Ah i don't see rush there as most people buying cards in $100-$300 price range, call that middle range or cards with nice performance and affordable price. Those never win any benchmarks of course high end does that - but GTX 1070 is $450, 1080 is $600/$700 or so. (where real current prices actualy goes beyond $500 for 1070 and even beyond $800 for GTX 1080)

    Now where $200 RX 480 is in the whole story? It might touch or beat perfromance of cards from previous gen which costs in range of $300-$400... so that is shortest story, what perf costed that much now cost $200
    Last edited by dungeon; 06-26-2016, 05:34 PM.

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  • shill
    replied
    Originally posted by bridgman View Post

    I don't think coder realized that NVidia also had a large R&D center in Shanghai, so saw NVidia as being "more American"...
    It's pretty safe to say that NVIDIA is 'more american' when your employer has over 10% of it's employees here on the H1B visa.

    Leave a comment:


  • coder
    replied
    Originally posted by dungeon View Post
    Now, what this new middle range performance might touch or beat from earlier high end, should be interesting to see but is just an secondary question as real high end from new gen is yet to come
    What most people don't understand is that this has become uncommon. Maybe 10 years ago, each generation of GPUs would be about as fast as the next tier up from the previous gen, but that hasn't been true for a while. So, it's notable that this generation has managed to do it again (mostly due to process improvements).

    I think it's pretty interesting how AMD and Nvidia are both dealing with cost & yield issues, on the new node. I prefer AMD's strategy, if only they could've timed their launch to coincide with the GTX 1070's.

    Leave a comment:


  • dungeon
    replied
    Originally posted by Anarchy View Post

    That is inconsequential to the problem at hand. Right now AMD does not have a response to nvidia's Pascal. That should change by the end of the month, but if rx 480 has performance level similar to rx 390x then they've failed again.
    He, he RX 480 does not even compete with that one

    I dunno why people complicate things, as AMD going from 28 nm to 14 nm process and release 3 cards in price range of $100, $150 and $200. Cards are RX 460, RX 470 and RX 480. Without much detailing, for most users those can be seen as succesors of R7 360, R7 370 and R9 380. Basicaly newer cards will be sort of double faster then earlier from mid range, mostly thanks to new process and that is how people should look at these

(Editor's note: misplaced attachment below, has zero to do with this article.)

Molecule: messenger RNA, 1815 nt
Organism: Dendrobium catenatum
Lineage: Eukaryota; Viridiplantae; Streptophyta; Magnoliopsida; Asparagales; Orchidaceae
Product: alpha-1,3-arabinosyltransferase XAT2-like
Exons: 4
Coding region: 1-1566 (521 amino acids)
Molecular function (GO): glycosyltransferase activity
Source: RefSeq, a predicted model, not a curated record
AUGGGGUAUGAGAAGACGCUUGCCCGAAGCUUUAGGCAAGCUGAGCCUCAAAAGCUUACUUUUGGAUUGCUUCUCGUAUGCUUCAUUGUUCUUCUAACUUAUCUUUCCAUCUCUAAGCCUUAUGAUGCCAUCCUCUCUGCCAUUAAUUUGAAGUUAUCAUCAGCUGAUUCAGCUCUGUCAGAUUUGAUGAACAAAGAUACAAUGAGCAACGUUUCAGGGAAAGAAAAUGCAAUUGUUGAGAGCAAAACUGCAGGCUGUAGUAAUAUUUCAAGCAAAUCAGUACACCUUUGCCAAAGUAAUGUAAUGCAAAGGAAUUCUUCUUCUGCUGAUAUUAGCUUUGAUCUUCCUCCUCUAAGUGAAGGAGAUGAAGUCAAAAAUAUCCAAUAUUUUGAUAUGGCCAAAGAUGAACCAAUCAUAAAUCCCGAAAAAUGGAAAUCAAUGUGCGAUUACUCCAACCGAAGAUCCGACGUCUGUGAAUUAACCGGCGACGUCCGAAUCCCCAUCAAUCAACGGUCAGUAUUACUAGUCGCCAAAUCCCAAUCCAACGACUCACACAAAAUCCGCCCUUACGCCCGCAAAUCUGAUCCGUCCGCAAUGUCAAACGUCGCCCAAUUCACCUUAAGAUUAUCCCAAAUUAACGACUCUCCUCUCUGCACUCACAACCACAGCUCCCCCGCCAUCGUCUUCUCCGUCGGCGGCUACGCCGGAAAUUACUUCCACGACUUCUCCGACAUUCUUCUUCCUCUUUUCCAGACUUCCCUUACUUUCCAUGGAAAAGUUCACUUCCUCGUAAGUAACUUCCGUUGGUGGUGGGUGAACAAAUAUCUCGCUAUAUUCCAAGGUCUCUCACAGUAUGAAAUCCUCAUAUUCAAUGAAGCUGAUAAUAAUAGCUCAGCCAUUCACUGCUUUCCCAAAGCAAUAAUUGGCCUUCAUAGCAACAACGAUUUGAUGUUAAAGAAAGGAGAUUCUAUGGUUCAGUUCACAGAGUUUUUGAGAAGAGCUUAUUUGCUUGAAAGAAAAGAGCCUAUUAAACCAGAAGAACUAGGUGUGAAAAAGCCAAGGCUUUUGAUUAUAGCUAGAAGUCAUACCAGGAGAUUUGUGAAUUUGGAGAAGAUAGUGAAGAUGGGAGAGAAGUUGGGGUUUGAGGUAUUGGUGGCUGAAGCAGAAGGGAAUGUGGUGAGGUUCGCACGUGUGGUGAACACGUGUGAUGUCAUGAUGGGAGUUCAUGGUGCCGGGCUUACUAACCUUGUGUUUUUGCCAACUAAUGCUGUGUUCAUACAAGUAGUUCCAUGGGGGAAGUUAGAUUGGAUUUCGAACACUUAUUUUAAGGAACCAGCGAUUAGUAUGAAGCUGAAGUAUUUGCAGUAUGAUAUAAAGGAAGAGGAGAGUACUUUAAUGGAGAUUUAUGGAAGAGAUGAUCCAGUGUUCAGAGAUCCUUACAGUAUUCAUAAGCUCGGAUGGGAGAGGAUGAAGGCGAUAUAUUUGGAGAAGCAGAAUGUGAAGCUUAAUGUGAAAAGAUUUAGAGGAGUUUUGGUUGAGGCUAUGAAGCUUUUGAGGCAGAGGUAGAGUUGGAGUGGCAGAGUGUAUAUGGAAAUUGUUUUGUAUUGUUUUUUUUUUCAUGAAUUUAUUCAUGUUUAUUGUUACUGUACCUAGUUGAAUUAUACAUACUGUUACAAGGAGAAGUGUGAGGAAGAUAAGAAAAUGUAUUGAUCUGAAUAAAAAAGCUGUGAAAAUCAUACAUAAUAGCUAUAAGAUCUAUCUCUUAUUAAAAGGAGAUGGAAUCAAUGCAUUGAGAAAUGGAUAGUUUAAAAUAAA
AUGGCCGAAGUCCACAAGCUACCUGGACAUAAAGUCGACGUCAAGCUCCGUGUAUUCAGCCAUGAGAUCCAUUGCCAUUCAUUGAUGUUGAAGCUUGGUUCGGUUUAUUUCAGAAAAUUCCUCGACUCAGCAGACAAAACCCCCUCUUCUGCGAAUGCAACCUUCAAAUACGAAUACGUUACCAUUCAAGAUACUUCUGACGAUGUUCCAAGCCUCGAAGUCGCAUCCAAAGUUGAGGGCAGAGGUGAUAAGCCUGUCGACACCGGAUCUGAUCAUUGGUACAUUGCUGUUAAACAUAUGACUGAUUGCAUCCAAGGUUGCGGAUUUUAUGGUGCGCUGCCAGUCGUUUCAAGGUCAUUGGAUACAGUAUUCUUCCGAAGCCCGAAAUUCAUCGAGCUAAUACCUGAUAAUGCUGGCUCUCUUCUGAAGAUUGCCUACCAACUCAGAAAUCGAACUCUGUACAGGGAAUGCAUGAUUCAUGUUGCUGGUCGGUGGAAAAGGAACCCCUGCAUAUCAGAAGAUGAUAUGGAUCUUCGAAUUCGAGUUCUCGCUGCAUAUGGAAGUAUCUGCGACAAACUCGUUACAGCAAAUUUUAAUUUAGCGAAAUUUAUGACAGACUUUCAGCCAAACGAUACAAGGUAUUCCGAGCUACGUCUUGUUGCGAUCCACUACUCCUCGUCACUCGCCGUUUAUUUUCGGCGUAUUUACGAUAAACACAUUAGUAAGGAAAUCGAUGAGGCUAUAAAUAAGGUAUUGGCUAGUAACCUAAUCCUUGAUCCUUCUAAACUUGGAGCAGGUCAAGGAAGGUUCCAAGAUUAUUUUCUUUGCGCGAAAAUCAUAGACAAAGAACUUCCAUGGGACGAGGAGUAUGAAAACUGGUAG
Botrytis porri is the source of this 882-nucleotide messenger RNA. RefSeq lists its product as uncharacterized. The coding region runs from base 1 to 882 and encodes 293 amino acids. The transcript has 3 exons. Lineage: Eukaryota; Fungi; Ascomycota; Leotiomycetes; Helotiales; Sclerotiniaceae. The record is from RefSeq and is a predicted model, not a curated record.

Now, what this new middle range performance might touch or beat from earlier high end, should be interesting to see but is just an secondary question as real high end from new gen is yet to come

    Leave a comment:


  • Tomin
    replied
    I think it's confusing when high-end for Nvidia ends with 80 and for AMD 80 means mid-range.

    Anyway, I'm thinking of buying 460 or 470 (AMD Radeon ofc) for my desktop later this year depending on how much they cost (in Finland!) and how they perform. I don't demand very much, but I also don't like to buy cards once a while. My current best setup has GeForce GTX 460 that I bought five years ago as brand new. It is enough for my purposes although I have to use proprietary drivers and I don't get Wayland that way (no Vulkan either!). The other computer has just Radeon HD 6670, that I bought second hand two years ago, and it doesn't quite cut it even for CS:GO at FullHD with quite low settings (haven't tried it lately though) so I'm thinking of replacing that.

    Leave a comment:


  • Anarchy
    replied
    Originally posted by bridgman View Post

    That seems like an odd comment - you're saying that if our midrange card doesn't outperform NVidia's high end card then we have failed somehow ?

    I would love to understand the logic behind that, unless you are just saying "some people are stupid and that's what they will think".
    my comment disappeared. I'm writing it again.

    Correct me if I'm wrong but nvidia's x(x)70 cards always end up as their midrange offerings, so once AMD releases the rx 480 nvidia might be inclined to substantially reduce the price of the gtx 1070. Although that's dependent on the time, customers might be inclined to consider the nvidia's midrange offering because of its (slightly?) better performance compared to the rx 480. my 2c.

    Leave a comment: